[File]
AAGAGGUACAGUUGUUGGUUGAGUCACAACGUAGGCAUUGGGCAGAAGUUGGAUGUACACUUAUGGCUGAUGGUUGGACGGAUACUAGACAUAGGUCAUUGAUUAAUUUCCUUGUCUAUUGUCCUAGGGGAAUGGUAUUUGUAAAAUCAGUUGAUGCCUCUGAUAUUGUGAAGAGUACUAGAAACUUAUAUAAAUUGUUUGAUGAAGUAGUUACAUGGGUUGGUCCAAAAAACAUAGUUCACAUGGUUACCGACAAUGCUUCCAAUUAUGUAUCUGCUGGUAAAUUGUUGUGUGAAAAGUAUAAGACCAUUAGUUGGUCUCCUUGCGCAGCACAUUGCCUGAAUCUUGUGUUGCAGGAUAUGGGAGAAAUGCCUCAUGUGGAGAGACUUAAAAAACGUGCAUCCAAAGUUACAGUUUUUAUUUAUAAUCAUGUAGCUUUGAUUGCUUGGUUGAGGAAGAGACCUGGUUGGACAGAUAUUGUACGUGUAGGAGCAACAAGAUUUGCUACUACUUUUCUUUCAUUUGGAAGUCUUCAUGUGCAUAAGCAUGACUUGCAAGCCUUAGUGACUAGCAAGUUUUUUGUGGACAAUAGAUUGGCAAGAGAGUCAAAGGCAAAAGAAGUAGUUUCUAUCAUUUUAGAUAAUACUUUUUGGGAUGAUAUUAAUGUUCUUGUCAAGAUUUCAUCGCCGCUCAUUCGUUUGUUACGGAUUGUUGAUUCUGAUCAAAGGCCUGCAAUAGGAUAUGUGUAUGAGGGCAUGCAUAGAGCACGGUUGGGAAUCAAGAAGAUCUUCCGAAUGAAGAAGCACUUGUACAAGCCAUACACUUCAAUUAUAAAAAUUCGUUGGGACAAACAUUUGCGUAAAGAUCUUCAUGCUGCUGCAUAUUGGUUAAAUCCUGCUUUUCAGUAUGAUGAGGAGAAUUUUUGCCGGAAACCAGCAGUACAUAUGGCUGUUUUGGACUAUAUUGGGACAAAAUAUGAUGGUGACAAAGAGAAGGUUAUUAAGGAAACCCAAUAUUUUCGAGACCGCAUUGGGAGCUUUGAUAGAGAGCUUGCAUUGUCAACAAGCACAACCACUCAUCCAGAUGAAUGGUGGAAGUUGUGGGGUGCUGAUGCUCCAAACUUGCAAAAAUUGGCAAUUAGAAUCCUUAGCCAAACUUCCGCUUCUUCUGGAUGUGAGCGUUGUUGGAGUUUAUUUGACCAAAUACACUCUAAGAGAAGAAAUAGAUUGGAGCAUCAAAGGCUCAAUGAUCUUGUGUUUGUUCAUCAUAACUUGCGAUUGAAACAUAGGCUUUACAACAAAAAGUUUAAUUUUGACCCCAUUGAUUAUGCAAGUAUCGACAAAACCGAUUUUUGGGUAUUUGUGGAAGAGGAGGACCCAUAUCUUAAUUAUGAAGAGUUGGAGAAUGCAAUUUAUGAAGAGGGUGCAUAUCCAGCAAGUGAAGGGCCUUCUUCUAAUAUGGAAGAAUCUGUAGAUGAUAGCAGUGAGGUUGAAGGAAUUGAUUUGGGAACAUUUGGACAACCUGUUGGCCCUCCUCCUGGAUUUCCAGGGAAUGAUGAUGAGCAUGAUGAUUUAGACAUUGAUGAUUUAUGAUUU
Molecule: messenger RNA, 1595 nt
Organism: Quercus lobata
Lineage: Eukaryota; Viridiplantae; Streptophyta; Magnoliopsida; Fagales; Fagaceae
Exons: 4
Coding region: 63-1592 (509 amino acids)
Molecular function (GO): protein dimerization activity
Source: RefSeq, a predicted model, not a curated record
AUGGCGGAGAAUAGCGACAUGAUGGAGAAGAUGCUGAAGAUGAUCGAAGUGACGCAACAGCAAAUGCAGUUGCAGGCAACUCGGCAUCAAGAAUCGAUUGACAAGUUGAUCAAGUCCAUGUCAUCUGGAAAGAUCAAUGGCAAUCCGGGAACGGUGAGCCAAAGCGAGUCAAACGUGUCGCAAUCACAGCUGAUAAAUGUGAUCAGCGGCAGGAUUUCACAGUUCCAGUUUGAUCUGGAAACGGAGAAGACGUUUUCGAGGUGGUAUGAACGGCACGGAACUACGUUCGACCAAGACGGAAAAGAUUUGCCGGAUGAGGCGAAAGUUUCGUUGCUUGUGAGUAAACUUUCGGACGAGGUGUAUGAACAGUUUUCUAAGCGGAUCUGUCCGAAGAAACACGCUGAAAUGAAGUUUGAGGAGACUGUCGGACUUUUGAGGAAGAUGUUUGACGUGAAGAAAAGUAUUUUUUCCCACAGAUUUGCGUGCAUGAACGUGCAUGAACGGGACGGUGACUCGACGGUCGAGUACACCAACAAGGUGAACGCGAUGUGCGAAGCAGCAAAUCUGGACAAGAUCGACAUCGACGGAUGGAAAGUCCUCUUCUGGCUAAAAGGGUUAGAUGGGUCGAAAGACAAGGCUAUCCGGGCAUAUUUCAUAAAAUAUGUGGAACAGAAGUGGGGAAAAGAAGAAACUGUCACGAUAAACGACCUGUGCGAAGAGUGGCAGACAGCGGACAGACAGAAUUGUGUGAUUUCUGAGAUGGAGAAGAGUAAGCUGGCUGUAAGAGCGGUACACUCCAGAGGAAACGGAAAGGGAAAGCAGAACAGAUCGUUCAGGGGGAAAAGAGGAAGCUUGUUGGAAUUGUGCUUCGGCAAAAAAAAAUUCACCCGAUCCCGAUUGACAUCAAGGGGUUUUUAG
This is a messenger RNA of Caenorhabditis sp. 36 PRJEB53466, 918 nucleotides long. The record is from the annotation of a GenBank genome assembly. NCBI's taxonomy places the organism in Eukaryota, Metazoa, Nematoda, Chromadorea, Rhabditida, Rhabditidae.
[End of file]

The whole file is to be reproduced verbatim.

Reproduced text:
AAGAGGUACAGUUGUUGGUUGAGUCACAACGUAGGCAUUGGGCAGAAGUUGGAUGUACACUUAUGGCUGAUGGUUGGACGGAUACUAGACAUAGGUCAUUGAUUAAUUUCCUUGUCUAUUGUCCUAGGGGAAUGGUAUUUGUAAAAUCAGUUGAUGCCUCUGAUAUUGUGAAGAGUACUAGAAACUUAUAUAAAUUGUUUGAUGAAGUAGUUACAUGGGUUGGUCCAAAAAACAUAGUUCACAUGGUUACCGACAAUGCUUCCAAUUAUGUAUCUGCUGGUAAAUUGUUGUGUGAAAAGUAUAAGACCAUUAGUUGGUCUCCUUGCGCAGCACAUUGCCUGAAUCUUGUGUUGCAGGAUAUGGGAGAAAUGCCUCAUGUGGAGAGACUUAAAAAACGUGCAUCCAAAGUUACAGUUUUUAUUUAUAAUCAUGUAGCUUUGAUUGCUUGGUUGAGGAAGAGACCUGGUUGGACAGAUAUUGUACGUGUAGGAGCAACAAGAUUUGCUACUACUUUUCUUUCAUUUGGAAGUCUUCAUGUGCAUAAGCAUGACUUGCAAGCCUUAGUGACUAGCAAGUUUUUUGUGGACAAUAGAUUGGCAAGAGAGUCAAAGGCAAAAGAAGUAGUUUCUAUCAUUUUAGAUAAUACUUUUUGGGAUGAUAUUAAUGUUCUUGUCAAGAUUUCAUCGCCGCUCAUUCGUUUGUUACGGAUUGUUGAUUCUGAUCAAAGGCCUGCAAUAGGAUAUGUGUAUGAGGGCAUGCAUAGAGCACGGUUGGGAAUCAAGAAGAUCUUCCGAAUGAAGAAGCACUUGUACAAGCCAUACACUUCAAUUAUAAAAAUUCGUUGGGACAAACAUUUGCGUAAAGAUCUUCAUGCUGCUGCAUAUUGGUUAAAUCCUGCUUUUCAGUAUGAUGAGGAGAAUUUUUGCCGGAAACCAGCAGUACAUAUGGCUGUUUUGGACUAUAUUGGGACAAAAUAUGAUGGUGACAAAGAGAAGGUUAUUAAGGAAACCCAAUAUUUUCGAGACCGCAUUGGGAGCUUUGAUAGAGAGCUUGCAUUGUCAACAAGCACAACCACUCAUCCAGAUGAAUGGUGGAAGUUGUGGGGUGCUGAUGCUCCAAACUUGCAAAAAUUGGCAAUUAGAAUCCUUAGCCAAACUUCCGCUUCUUCUGGAUGUGAGCGUUGUUGGAGUUUAUUUGACCAAAUACACUCUAAGAGAAGAAAUAGAUUGGAGCAUCAAAGGCUCAAUGAUCUUGUGUUUGUUCAUCAUAACUUGCGAUUGAAACAUAGGCUUUACAACAAAAAGUUUAAUUUUGACCCCAUUGAUUAUGCAAGUAUCGACAAAACCGAUUUUUGGGUAUUUGUGGAAGAGGAGGACCCAUAUCUUAAUUAUGAAGAGUUGGAGAAUGCAAUUUAUGAAGAGGGUGCAUAUCCAGCAAGUGAAGGGCCUUCUUCUAAUAUGGAAGAAUCUGUAGAUGAUAGCAGUGAGGUUGAAGGAAUUGAUUUGGGAACAUUUGGACAACCUGUUGGCCCUCCUCCUGGAUUUCCAGGGAAUGAUGAUGAGCAUGAUGAUUUAGACAUUGAUGAUUUAUGAUUU
Molecule: messenger RNA, 1595 nt
Organism: Quercus lobata
Lineage: Eukaryota; Viridiplantae; Streptophyta; Magnoliopsida; Fagales; Fagaceae
Exons: 4
Coding region: 63-1592 (509 amino acids)
Molecular function (GO): protein dimerization activity
Source: RefSeq, a predicted model, not a curated record
AUGGCGGAGAAUAGCGACAUGAUGGAGAAGAUGCUGAAGAUGAUCGAAGUGACGCAACAGCAAAUGCAGUUGCAGGCAACUCGGCAUCAAGAAUCGAUUGACAAGUUGAUCAAGUCCAUGUCAUCUGGAAAGAUCAAUGGCAAUCCGGGAACGGUGAGCCAAAGCGAGUCAAACGUGUCGCAAUCACAGCUGAUAAAUGUGAUCAGCGGCAGGAUUUCACAGUUCCAGUUUGAUCUGGAAACGGAGAAGACGUUUUCGAGGUGGUAUGAACGGCACGGAACUACGUUCGACCAAGACGGAAAAGAUUUGCCGGAUGAGGCGAAAGUUUCGUUGCUUGUGAGUAAACUUUCGGACGAGGUGUAUGAACAGUUUUCUAAGCGGAUCUGUCCGAAGAAACACGCUGAAAUGAAGUUUGAGGAGACUGUCGGACUUUUGAGGAAGAUGUUUGACGUGAAGAAAAGUAUUUUUUCCCACAGAUUUGCGUGCAUGAACGUGCAUGAACGGGACGGUGACUCGACGGUCGAGUACACCAACAAGGUGAACGCGAUGUGCGAAGCAGCAAAUCUGGACAAGAUCGACAUCGACGGAUGGAAAGUCCUCUUCUGGCUAAAAGGGUUAGAUGGGUCGAAAGACAAGGCUAUCCGGGCAUAUUUCAUAAAAUAUGUGGAACAGAAGUGGGGAAAAGAAGAAACUGUCACGAUAAACGACCUGUGCGAAGAGUGGCAGACAGCGGACAGACAGAAUUGUGUGAUUUCUGAGAUGGAGAAGAGUAAGCUGGCUGUAAGAGCGGUACACUCCAGAGGAAACGGAAAGGGAAAGCAGAACAGAUCGUUCAGGGGGAAAAGAGGAAGCUUGUUGGAAUUGUGCUUCGGCAAAAAAAAAUUCACCCGAUCCCGAUUGACAUCAAGGGGUUUUUAG
This is a messenger RNA of Caenorhabditis sp. 36 PRJEB53466, 918 nucleotides long. The record is from the annotation of a GenBank genome assembly. NCBI's taxonomy places the organism in Eukaryota, Metazoa, Nematoda, Chromadorea, Rhabditida, Rhabditidae.